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2017 Olam Prize for Innovation in Food Security Goes to Filippo Bassi and Team

Illustration of scientist holding wheat

By Luigi Guarino

14 December 2017

There are two ways you can deal with a problem. You can try to out run it. Or you can run towards it. Both have their advantages. Running away from a problem sounds bad, but discretion can indeed sometimes be the better part of valor. Look at the problem crops have with climate change. In some parts of the world, conditions are going to get so hot or dry for some crops, and so fast, that the easiest thing will be for cultivation to simply move to other places.

That’s not Filippo Bassi’s style, though. He’s the type that runs towards the problem. A durum wheat breeder based at the International Centre for Agricultural Research in the Dry Areas (ICARDA) in Morocco, he decided to use the diversity of his crop to develop new varieties for a place so hot that the crop already struggles there. And that’s not all. He wanted them to grow fast too.

The place is the basin of the Senegal River, which covers parts of Senegal, Mauritania and Mali in West Africa, home to at least a million families. Their main staple crop there is rice, but no cultivation is possible for 4 months of the year – December to March – because it’s too cold at night. Which is why the new durum varieties would come in handy. They would provide income and nutrition at what is otherwise a difficult time of the year, a hungry time. The problem is that during the day temperatures can reach 40°C. That’s very hot for durum wheat.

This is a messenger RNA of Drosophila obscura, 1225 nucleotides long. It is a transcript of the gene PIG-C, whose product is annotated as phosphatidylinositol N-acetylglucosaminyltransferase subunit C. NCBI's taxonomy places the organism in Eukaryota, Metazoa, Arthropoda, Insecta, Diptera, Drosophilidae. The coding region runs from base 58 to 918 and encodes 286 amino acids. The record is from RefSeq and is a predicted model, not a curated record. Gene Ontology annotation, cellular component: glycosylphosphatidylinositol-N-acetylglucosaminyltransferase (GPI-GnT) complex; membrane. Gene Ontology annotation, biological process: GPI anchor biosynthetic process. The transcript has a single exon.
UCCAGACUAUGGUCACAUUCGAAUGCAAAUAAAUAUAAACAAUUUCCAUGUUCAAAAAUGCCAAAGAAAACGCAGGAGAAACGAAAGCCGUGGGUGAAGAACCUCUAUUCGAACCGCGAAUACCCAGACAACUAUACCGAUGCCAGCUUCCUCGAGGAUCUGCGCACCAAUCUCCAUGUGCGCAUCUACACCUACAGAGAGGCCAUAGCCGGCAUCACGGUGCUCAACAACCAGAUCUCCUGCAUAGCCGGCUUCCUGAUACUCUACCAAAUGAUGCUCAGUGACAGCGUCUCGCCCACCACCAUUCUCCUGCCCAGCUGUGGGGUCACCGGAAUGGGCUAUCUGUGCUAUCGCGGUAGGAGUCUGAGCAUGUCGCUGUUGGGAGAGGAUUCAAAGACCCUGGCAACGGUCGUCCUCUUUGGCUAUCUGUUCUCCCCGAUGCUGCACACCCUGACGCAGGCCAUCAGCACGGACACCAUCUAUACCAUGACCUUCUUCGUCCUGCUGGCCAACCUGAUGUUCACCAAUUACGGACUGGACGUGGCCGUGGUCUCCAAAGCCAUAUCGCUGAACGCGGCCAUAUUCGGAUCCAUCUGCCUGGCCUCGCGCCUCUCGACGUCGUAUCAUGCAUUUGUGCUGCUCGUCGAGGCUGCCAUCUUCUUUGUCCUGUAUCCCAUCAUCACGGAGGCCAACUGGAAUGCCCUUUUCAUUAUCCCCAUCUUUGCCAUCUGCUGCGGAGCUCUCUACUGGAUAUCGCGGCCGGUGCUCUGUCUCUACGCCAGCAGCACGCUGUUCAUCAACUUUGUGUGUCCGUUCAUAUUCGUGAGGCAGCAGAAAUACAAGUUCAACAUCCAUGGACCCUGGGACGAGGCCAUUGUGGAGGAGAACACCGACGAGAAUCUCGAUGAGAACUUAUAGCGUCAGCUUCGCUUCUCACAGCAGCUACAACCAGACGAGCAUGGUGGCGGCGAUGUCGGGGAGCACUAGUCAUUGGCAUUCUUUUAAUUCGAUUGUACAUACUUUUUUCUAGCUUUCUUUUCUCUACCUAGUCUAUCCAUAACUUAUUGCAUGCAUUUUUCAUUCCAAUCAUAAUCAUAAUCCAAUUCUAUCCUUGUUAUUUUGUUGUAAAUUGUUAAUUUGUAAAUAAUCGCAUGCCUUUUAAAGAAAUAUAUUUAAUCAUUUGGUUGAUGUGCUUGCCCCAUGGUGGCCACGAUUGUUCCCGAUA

Even Filippo thought so, at the beginning. But fast forward five years of looking through thousands of different lines of durum wheat and its wild relatives, from genebanks and elsewhere; and making thousands of crosses among them; and looking at thousands more of the resulting offspring; and repeating the whole process again. It’s been hard, hot work, but Filippo and his team have come up with new varieties that show great promise, with the potential to yield three tonnes per hectare in just 90 days. They will now work with the pasta and couscous industry to make growing them profitable.


The opinions expressed here are those of the authors and do not necessarily reflect the opinions or views of the Crop Trust. The Crop Trust is committed to publishing a diversity of opinions on crop diversity conservation and use.

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